Purpose: The purpose of this study was to clarify the dosimetric impact of 4-dimensional computed tomography (4D-CT)-derived, ventilation-guided functional avoidance for stereotactic body radiation therapy (SBRT) with 3-dimensional conformal radiation therapy. Methods and materials: Eleven lung cancer patients with peripheral tumors no greater than 5 cm in size were studied (average planning target volume, 42.4 ± 32.5 cm3). Four-dimensional-CT ventilation imaging was performed using deformable image registration for spatial mapping of the peak-exhale 4D-CT image to the peak-inhale 4D-CT image and computation of the Jacobian-based ventilation metric. For each patient, anatomical and functional plans were created using 7 to 9 noncoplanar beams for SBRT (40-56 Gy/4-8 fractions). The anatomical plan was generated without incorporating ventilation information. In the functional plan, functional dose-volume constraints were applied in planning to spare the high-functional lung that was defined as the 90th percentile functional volume. The beam directions of the 2 plans were automatically determined by beam angle optimization. Results: The percentage of volume receiving a dose of ≥ 5 Gy (V5), V10, V20, and mean dose to the high-functional lung were 20.5%, 15.6%, 7.8%, and 4.6 Gy, respectively, for the anatomical plan, whereas they were 12.3%, 8.2%, 4.6%, and 3.2 Gy, respectively, for the functional plan. No significant differences in minimum dose, maximum dose, and conformity index of the planning target volume and in all dosimetric parameters for normal tissues between the anatomical and functional plans were seen. Conclusions: We compared anatomical and functional plans for SBRT with 3-dimensional conformal radiation therapy for the first time. Our results demonstrated that a functional plan for SBRT reduced the dose in the high-functional regions without a significant change in the total lung or planning target volume even if the radiation technique cannot modulate beam intensity. Thus, this technique can be safely used in functional planning for SBRT.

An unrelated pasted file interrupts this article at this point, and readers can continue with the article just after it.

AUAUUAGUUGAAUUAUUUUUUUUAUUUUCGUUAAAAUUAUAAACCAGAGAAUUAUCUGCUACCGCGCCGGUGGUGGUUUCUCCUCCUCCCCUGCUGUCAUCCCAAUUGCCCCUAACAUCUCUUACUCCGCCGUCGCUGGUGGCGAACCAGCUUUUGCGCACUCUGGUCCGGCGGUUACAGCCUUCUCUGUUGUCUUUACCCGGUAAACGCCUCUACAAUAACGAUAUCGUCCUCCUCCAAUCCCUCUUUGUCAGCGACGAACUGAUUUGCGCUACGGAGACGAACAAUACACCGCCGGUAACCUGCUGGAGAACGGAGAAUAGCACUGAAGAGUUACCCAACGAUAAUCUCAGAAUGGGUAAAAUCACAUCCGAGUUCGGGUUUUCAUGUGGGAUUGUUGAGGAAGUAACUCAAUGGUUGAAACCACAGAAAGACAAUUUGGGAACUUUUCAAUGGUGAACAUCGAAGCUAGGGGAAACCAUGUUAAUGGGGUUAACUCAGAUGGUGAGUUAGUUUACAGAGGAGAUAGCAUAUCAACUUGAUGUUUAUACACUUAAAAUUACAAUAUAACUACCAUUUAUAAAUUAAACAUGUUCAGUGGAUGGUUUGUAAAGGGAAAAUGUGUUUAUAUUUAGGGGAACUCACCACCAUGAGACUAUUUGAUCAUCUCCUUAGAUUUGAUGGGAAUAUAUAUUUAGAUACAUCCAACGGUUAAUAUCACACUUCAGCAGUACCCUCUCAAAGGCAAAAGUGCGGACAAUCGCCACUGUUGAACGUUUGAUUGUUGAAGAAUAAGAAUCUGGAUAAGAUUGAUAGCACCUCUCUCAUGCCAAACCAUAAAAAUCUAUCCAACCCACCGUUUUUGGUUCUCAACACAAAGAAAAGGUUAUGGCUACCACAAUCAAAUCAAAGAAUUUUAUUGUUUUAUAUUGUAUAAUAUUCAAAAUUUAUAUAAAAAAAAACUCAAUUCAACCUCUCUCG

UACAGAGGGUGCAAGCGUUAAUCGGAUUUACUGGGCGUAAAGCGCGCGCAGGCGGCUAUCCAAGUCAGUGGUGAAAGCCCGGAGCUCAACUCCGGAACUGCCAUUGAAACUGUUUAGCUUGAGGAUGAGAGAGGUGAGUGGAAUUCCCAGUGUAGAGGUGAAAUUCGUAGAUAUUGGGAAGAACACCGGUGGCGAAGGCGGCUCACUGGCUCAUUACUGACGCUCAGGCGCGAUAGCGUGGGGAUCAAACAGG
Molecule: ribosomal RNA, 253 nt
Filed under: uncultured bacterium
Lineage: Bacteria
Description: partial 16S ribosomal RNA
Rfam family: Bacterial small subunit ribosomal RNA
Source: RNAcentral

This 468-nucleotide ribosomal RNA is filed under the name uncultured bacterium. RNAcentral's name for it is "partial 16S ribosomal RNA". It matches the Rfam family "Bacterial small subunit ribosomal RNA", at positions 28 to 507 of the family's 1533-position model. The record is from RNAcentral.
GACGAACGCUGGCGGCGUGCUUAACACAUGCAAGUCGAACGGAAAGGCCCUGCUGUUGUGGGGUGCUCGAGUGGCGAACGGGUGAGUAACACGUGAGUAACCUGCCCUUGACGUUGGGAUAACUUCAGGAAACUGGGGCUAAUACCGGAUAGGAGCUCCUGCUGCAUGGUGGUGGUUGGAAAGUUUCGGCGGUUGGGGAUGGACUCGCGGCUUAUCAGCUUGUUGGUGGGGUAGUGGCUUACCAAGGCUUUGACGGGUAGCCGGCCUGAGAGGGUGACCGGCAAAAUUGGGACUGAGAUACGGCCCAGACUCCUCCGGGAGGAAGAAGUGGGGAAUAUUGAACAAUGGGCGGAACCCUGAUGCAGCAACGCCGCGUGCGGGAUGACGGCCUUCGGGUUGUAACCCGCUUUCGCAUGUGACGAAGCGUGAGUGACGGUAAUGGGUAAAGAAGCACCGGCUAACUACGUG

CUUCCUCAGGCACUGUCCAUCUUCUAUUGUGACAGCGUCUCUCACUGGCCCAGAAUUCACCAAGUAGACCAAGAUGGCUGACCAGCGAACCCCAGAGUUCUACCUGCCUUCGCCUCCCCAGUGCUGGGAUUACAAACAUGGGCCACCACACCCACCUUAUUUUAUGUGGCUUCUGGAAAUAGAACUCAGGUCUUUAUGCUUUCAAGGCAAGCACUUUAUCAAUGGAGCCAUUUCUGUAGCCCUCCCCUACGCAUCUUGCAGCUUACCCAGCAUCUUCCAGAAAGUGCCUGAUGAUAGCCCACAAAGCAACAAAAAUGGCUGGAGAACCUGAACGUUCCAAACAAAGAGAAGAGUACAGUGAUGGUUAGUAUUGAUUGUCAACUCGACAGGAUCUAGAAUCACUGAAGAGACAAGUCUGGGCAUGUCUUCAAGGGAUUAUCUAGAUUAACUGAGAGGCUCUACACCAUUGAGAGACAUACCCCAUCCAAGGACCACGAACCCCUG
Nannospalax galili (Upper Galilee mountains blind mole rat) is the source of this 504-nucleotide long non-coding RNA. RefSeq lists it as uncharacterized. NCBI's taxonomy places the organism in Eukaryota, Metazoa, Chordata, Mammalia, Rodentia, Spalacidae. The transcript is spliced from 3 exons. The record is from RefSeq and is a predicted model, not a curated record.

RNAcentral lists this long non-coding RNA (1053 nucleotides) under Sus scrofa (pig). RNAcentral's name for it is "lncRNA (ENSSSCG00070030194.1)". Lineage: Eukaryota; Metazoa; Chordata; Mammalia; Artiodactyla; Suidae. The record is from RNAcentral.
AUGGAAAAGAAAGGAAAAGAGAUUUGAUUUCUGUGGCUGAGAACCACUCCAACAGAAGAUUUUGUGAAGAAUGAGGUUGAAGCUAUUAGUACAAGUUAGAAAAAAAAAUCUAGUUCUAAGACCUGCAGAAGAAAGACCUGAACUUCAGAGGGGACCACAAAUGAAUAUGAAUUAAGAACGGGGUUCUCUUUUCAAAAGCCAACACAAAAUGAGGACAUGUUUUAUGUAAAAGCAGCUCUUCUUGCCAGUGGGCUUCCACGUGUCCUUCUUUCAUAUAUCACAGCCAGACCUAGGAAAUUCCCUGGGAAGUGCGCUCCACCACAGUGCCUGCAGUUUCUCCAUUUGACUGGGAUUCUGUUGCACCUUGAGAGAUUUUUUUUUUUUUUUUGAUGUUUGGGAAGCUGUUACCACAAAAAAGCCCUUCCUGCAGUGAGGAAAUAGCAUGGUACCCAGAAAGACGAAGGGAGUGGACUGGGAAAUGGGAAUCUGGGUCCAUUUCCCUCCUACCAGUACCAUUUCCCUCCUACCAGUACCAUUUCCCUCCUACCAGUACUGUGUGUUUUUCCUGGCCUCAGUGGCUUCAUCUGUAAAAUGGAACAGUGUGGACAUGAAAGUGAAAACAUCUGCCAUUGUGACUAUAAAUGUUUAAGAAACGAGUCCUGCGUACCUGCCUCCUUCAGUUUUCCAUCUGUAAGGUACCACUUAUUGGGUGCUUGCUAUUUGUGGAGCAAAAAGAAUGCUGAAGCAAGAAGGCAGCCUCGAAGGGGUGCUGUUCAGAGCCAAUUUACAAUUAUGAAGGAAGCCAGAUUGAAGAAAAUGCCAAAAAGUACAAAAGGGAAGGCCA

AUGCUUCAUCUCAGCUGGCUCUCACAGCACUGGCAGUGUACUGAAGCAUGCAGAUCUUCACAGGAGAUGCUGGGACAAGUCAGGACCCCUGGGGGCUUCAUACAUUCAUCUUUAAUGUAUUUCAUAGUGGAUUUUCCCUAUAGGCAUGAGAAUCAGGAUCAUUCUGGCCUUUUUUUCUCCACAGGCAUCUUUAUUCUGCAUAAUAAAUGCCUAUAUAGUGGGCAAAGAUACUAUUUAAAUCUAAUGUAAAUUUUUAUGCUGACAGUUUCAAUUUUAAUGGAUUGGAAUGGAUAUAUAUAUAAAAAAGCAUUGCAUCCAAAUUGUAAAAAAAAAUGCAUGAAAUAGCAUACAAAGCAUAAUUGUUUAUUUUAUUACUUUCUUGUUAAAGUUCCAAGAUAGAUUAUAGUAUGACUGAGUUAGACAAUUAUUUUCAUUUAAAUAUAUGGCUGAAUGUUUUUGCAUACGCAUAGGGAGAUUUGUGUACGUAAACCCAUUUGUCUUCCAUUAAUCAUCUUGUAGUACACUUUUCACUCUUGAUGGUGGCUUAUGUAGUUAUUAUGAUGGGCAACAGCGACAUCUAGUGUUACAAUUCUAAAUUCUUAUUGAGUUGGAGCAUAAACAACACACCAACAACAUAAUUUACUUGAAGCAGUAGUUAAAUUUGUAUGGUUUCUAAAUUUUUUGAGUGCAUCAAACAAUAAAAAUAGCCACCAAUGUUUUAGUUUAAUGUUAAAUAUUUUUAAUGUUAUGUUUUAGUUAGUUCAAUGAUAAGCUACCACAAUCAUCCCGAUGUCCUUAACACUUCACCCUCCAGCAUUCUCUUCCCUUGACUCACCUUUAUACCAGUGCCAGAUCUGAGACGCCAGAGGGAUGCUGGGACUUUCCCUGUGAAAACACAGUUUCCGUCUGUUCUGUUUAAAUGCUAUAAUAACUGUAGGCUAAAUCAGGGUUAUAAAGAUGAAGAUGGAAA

ASJC Scopus subject areas
- Radiology Nuclear Medicine and imaging